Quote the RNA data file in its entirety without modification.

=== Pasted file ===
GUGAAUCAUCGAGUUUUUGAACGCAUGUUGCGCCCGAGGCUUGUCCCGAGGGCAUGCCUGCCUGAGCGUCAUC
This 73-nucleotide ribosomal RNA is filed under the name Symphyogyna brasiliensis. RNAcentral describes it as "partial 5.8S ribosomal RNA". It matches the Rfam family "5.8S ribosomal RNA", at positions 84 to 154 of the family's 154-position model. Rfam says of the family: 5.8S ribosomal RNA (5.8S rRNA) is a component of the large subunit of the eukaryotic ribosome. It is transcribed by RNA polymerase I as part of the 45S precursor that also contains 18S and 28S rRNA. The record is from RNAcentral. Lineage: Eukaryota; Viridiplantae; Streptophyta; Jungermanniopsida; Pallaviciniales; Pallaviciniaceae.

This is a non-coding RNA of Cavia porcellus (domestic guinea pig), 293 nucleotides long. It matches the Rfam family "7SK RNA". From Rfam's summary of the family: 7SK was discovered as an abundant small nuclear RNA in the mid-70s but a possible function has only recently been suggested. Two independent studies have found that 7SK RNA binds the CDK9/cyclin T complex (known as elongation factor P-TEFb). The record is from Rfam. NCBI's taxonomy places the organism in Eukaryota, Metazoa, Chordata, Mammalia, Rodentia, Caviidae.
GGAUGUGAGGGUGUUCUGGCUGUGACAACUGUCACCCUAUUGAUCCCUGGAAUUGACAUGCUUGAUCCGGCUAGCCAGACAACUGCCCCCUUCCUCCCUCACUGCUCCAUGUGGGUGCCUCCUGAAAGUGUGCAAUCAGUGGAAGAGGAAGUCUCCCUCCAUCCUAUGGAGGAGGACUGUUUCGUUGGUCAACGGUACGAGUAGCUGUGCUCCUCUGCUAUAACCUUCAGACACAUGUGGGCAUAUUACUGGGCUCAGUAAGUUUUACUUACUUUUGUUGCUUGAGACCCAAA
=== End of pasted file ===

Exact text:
GUGAAUCAUCGAGUUUUUGAACGCAUGUUGCGCCCGAGGCUUGUCCCGAGGGCAUGCCUGCCUGAGCGUCAUC
This 73-nucleotide ribosomal RNA is filed under the name Symphyogyna brasiliensis. RNAcentral describes it as "partial 5.8S ribosomal RNA". It matches the Rfam family "5.8S ribosomal RNA", at positions 84 to 154 of the family's 154-position model. Rfam says of the family: 5.8S ribosomal RNA (5.8S rRNA) is a component of the large subunit of the eukaryotic ribosome. It is transcribed by RNA polymerase I as part of the 45S precursor that also contains 18S and 28S rRNA. The record is from RNAcentral. Lineage: Eukaryota; Viridiplantae; Streptophyta; Jungermanniopsida; Pallaviciniales; Pallaviciniaceae.

This is a non-coding RNA of Cavia porcellus (domestic guinea pig), 293 nucleotides long. It matches the Rfam family "7SK RNA". From Rfam's summary of the family: 7SK was discovered as an abundant small nuclear RNA in the mid-70s but a possible function has only recently been suggested. Two independent studies have found that 7SK RNA binds the CDK9/cyclin T complex (known as elongation factor P-TEFb). The record is from Rfam. NCBI's taxonomy places the organism in Eukaryota, Metazoa, Chordata, Mammalia, Rodentia, Caviidae.
GGAUGUGAGGGUGUUCUGGCUGUGACAACUGUCACCCUAUUGAUCCCUGGAAUUGACAUGCUUGAUCCGGCUAGCCAGACAACUGCCCCCUUCCUCCCUCACUGCUCCAUGUGGGUGCCUCCUGAAAGUGUGCAAUCAGUGGAAGAGGAAGUCUCCCUCCAUCCUAUGGAGGAGGACUGUUUCGUUGGUCAACGGUACGAGUAGCUGUGCUCCUCUGCUAUAACCUUCAGACACAUGUGGGCAUAUUACUGGGCUCAGUAAGUUUUACUUACUUUUGUUGCUUGAGACCCAAA